After the first ball winder I bought was a complete disappointment, I bought another one with my sister’s input. I absolutely love it! This one was a significantly bigger investment, but it was worth every penny!
This time I chose the Stanwood Needlecraft winder. They have a couple different capacity/style models, I opted for the large 10 oz. model. Click here to see the product page on Amazon.
It took me a couple minutes to get it put together and to sort out how to place the yarn in the guides to get started but once I figured it out it was a total breeze. I got six hanks of yarn wound from the swift in little time. I am impressed by just how quickly I can wind the yarn with this winder. The only thing I would caution you on is that lace weight yarns tend to “climb” up the pegs on the swift as you wind, especially toward the end of the hank, so remember to slow down a bit to push the yarn back down on the swift if necessary and avoid any tangling on the swift.
The resulting cakes of yarn are tidy and even and just perfect!
One important note: the metal washer/disc that is used to clamp the winder to a table fell off the tightening screw (not sure what the actual name of the part is, sorry) and it is supposed to stay put. Once it’s tightened up on the table it’s fine – you just need to make sure not to lose it while the winder is not in use. For other folks this might be a problem worthy of requesting an exchange, however; my dad has stuff that can fix it so it is a non-issue for me personally.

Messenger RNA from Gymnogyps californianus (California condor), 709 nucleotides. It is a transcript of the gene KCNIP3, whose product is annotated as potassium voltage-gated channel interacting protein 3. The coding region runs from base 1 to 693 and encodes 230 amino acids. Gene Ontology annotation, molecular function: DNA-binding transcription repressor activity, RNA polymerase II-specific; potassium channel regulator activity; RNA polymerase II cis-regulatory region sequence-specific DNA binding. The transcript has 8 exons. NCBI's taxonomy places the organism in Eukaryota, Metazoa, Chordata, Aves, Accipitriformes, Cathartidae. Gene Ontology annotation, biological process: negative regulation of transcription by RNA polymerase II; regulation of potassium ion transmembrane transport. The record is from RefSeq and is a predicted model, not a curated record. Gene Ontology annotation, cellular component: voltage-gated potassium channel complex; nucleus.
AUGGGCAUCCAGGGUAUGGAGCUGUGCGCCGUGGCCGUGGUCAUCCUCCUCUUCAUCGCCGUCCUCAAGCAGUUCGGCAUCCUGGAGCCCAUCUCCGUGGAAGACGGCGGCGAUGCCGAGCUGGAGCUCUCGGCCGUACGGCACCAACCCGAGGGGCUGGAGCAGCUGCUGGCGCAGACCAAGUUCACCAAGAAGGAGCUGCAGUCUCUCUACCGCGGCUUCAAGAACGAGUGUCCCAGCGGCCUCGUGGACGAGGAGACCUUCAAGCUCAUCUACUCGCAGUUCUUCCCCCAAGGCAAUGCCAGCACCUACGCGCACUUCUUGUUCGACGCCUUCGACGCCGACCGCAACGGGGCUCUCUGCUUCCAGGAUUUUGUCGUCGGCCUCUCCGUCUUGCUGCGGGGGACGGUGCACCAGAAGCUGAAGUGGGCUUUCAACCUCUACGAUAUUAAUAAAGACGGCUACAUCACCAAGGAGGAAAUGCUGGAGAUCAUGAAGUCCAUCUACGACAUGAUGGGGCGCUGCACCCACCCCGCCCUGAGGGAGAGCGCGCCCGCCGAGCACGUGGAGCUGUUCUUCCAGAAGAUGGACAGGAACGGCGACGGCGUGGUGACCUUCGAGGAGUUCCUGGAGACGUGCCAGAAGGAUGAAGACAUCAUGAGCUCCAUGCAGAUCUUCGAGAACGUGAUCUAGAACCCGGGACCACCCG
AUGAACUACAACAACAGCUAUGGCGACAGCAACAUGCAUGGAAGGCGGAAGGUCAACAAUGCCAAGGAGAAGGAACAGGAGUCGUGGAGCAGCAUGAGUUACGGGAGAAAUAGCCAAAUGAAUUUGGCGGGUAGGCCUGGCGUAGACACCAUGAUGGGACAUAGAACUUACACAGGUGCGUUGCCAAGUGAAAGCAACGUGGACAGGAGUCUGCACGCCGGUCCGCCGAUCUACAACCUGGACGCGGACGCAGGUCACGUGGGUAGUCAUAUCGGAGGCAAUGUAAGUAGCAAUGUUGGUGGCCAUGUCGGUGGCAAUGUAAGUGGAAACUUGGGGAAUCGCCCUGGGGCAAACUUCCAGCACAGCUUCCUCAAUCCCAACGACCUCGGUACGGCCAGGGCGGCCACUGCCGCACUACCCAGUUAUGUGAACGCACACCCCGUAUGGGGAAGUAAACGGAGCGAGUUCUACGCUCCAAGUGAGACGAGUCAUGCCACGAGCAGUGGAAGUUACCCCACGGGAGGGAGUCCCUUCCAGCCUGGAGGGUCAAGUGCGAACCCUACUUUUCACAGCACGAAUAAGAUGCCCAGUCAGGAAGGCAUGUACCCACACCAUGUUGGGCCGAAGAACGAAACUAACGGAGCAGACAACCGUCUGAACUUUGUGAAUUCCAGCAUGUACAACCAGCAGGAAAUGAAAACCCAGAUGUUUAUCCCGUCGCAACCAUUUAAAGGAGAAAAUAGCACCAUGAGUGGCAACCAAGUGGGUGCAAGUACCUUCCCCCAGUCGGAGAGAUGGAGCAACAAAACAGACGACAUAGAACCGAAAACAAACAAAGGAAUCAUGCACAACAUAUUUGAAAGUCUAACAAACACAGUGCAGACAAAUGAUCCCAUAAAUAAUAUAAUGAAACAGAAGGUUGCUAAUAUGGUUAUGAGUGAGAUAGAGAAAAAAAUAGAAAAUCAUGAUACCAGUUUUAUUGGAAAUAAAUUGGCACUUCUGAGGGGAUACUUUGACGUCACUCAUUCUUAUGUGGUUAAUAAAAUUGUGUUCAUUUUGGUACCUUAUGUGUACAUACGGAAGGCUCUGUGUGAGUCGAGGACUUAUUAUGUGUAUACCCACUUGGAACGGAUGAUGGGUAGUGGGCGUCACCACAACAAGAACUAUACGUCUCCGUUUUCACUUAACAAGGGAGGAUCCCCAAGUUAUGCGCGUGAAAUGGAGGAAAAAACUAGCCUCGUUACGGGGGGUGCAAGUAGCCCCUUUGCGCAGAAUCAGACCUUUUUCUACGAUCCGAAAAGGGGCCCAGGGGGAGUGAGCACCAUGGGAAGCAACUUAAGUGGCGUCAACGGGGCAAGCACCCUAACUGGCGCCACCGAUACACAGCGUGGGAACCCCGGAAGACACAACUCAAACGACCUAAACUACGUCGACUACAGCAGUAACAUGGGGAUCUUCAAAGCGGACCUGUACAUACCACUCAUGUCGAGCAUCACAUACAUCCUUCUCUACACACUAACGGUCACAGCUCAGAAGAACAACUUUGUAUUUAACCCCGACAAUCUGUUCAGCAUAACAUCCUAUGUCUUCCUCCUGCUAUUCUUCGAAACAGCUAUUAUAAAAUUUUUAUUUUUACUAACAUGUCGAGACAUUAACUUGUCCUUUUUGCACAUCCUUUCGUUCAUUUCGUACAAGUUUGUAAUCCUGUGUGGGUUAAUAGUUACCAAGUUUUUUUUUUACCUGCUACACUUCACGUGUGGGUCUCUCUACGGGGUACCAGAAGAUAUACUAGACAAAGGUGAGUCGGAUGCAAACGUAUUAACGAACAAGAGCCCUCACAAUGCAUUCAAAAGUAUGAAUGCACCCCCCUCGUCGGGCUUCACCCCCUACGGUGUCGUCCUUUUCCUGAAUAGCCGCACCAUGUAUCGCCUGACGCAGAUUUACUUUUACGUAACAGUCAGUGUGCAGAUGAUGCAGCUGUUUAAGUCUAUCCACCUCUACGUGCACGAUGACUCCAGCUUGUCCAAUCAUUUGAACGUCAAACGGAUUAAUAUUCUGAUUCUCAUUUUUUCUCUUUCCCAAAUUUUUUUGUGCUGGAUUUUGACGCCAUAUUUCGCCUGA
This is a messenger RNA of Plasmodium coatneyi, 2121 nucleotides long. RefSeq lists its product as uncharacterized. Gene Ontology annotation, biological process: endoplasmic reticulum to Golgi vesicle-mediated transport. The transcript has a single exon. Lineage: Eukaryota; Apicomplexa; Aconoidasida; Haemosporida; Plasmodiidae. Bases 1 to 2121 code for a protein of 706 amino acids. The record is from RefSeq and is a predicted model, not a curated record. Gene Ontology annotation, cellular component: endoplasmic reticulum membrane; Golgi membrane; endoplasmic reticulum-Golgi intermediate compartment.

I am really so thrilled with this winder. My sister is thinking of getting one herself after getting a look at it. I love the large capacity – most hanks I buy are significantly less than ten ounces so I will never have to worry about not having enough room to wind a hank. The guide that places the yarn on the spindle actually rotates all the way around the spindle, so there is no skipping or jumping of the yarn, the main issue I had with the in-line winder.
If you usually buy your yarn from mass retailers (Wal Mart, Hobby Lobby, Jo Ann Fabrics etc) who tend to just sell “ready to use” skeins and only rarely buy hanks, you probably don’t really need to make the investment in this. If, however, you shop local yarn stores or small online hand dyers who sell yarn primarily in hanks that need wound before they can be used and you have a frequent need to wind your yarn, you will not be disappointed with this winder! Your “winding arm” might get tired if you have a lot to wind at once, but it is far more effecient than hand winding.
Until next time. xoxo